Then there was the one used when the kids were little: "I do not hear your whining voice." I would pretend as if I did not hear their "finger-nails on the chalkboard" whine that was projecting out of their mouths. I listened only when they spoke normally. I must admit, I've heard a few times throughout the years, "Mom, we're not allowed to whine, so why are you?" We all know too, that the ol' "do as I say and not as I do" is hogwash and does not hold water in any given circumstance. Therefore, adults must take the initiative for change if the younger generation is going to learn how to be happier, more carefree and optimistic.
The truth is we can be optimistic and realistic at the same time. Times are tough and folks are hurting, but no one likes to be around a sour and critical person. Experts say it takes at least three weeks (21 days) to change a habit. If you decide to take the "whine free" challenge, I must warn you, there will be times in which you just do not talk. Another one of my "momisms" is "if you can't say something nice, (say it with me here) don't say anything at all."
However, there is also the research that shows that venting is a necessary evil we must all participate in for our mental health. I do agree, to a point, that venting is a necessary coping mechanism for us all. We need each other. There are times when talking about our problems bring us relief and allow someone else to share our burdens. Rather, it is the constant ruminating over our troubles that defeat us, discourage others and keep us in turmoil.
Balance is the key in the fight against "complaining" and "venting" cycle. Bowen contends that "jabbering doesn't improve our time with loved ones, it makes it less precious. Silence allows you to reflect and to carefully select your words ... rather than allowing your discomfort to cause you to spout off a laundry list of grievances." On the other hand, "stating a factual complaint about bad behavior in a spouse, child, or friend, establishes the rules of acceptable behavior," says one Schlesinger.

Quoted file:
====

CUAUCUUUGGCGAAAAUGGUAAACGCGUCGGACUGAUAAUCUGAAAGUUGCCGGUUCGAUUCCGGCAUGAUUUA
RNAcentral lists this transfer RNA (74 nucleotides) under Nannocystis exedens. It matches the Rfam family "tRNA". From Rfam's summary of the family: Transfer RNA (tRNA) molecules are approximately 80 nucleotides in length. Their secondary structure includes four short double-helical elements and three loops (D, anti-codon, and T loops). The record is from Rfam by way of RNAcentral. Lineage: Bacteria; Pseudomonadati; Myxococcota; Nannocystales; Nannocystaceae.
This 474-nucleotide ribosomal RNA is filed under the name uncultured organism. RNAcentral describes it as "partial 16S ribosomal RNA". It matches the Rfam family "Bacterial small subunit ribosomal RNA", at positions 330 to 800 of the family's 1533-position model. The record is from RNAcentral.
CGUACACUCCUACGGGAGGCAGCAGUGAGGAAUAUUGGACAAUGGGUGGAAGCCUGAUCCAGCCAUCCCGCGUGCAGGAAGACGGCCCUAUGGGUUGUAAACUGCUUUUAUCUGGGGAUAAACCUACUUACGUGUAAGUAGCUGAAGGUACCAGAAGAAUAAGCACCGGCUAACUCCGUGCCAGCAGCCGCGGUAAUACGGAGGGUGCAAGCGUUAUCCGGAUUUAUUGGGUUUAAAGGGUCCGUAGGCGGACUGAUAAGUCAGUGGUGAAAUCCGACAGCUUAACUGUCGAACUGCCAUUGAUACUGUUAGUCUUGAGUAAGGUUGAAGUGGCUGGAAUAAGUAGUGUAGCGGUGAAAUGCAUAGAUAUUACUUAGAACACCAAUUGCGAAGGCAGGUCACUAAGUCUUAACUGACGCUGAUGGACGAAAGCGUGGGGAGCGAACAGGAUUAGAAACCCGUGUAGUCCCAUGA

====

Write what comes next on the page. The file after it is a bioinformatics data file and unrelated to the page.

Sometimes keeping your mouth closed might make another person happier, but it can ruminate within you and come out in angry outbursts or even depression later. For many, depression is just anger turned inward.
I realize this is a tightrope balance inwhich we watch our words and stop the never ending cycle the continual dripping of complaints all the while "speaking the truth in love" says the scripture. One author says "Airing grievances is far healthier than swallowing them. That said, if all you do is wallow, you're operating from a powerless, helpless position. The ideal strategy is to state your complaint, get it out quickly, and then think about solutions. If the problem has no solution, like a traffic ticket, just call it one of life's bummers and move on."
Between the wallowing and the swallowing there is a middle ground. And that's where I hope you find me. That is, if this weather ever straightens up and stops this endless dripping of rain, rain and more rain.
Kimberly Short Wolfe, MA, is the grief counselor/bereavement coordinator for Mountain Hospice and is also a home school mom. E-mail firstname.lastname@example.org or call 304-823-3922, ext. 136.